Some plants get up to mischief as soon as your back is turned. I’ve been hiding inside during the blistering heat and endless rain, and so haven’t been keeping as close an eye out as usual.
Welcoming cooler temperatures, I set out to make a close survey of the grounds. It wasn’t in the garden or on the patio that things has gone awry. It was out along my gravel parking area where a wayward green giant had overrun a stretch of juniper hedge. I do mean in the sense that those thick and sturdy evergreens were no longer visible.
As I closed in to investigate, I noticed long, dangling strings of deep purple berries hanging like oversized earrings from every other branch of this pushy invader. Pokeweed strikes again!
These native plants grow like many tree saplings that spring up on their own in out-of-the-way places. One moment they are insignificant little nothings. The next time you look, they tower overhead and have grown roots that reach halfway to China.
Surely this pokeweed had been stealthily gaining size there in the middle of the hedge, but it only lately made its dramatic push for supremacy. I would conservatively estimate its size as 8 feet tall and wide — nice work for a single season.
I am actually fond of this wacky plant, and I often leave pokeweeds alone if they are growing along the woodland verges or some other harmless place. Birds eat their poisonous berries, suffering no harm, and eject the seeds near their favorite roosts — roosts like the one they must have had in the juniper’s depths.
Since a shaded evergreen is an evergreen that will inevitably suffer dieback, my errant pokeweed had to go. Although the thing was the size of a small tree, its purplish stems are hollow and easily severed with a pair of lopping shears. It didn’t take much to reduce it to a large pile of debris.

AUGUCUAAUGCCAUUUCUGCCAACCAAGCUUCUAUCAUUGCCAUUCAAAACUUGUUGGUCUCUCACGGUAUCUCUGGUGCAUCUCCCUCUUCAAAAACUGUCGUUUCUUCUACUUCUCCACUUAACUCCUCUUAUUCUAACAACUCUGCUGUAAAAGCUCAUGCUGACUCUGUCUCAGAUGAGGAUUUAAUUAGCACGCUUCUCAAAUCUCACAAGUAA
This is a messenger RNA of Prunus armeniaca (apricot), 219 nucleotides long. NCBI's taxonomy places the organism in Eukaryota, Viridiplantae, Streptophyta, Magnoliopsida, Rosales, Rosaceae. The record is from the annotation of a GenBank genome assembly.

If you need to tackle a pokeweed, it's not a bad idea to wear gloves, since all parts of the plant are poisonous. The thick, carrot-like taproot is the most toxic portion.
Perversely, pokeweed has had a long and colorful history among Native Americans, early settlers and Southern cooks as edible "poke salat" and in various medicinal concoctions. The caveat is that only young, spring leaves are collected for the table and these must be boiled thrice, with the cooking water discarded each time, to remove the toxins.
You have to be pretty hungry to go for this dish, in my opinion, but it was celebrated in the Tony Joe White tune "Polk Salad Annie," which had its 15 minutes of fame in the late 1960s when the song was covered by that good ol' Southern boy, Elvis Presley.
In another historical footnote, the leaves of pokeweed (known alternately as polkweed) were worn on the lapels of supporters backing the first dark-horse candidate for president, James Polk, who served from 1845 to 1849. Some of the more gullible Polk fans believed that the plant was named for their man.
I’ve seen claims that the original Declaration of Independence was written in fermented pokeberry juice, but I can’t confirm this. The crushed berries do make a nice, rich dye or ink, and the plant's common names include inkberry, inkweed and red-ink plant. Historians say that Civil War soldiers routinely dipped their turkey quill pens in pokeberry ink; some of these letters survive, as legible as the day they were written.
Pokeweed was said at one time or another to cure joint pain, pinkeye, skin rashes, headache, syphilis, pimples and cancer, some of which sounds purely fanciful. But now I've learned that certain anti-viral proteins in the plant are being tested in modern laboratories as cures for childhood leukemia, HIV and certain cancers — so you never know.
Our native pokeweed, Phytolacca americana, is seriously outclassed by heavyweight relatives in the southern latitudes. The ombu tree of the Argentine pampas (Phytolacca dioica) grows to 60 feet or more with an immense base resembling the buttressed trunk of the banyan. Also in the family is a Mexican vine that grows from a boulder-sized tuber and a Caribbean vine that trails along the jungle floor like a woody boa constrictor, ascending into trees where it forms "tangled masses of writhing serpentine branches," according to one author.
Compared to these, our pokeweed seems like a mere bagatelle, for which I, the pruning shear-wielder, am profoundly grateful. I saw, I lopped, I conquered -- and that was that.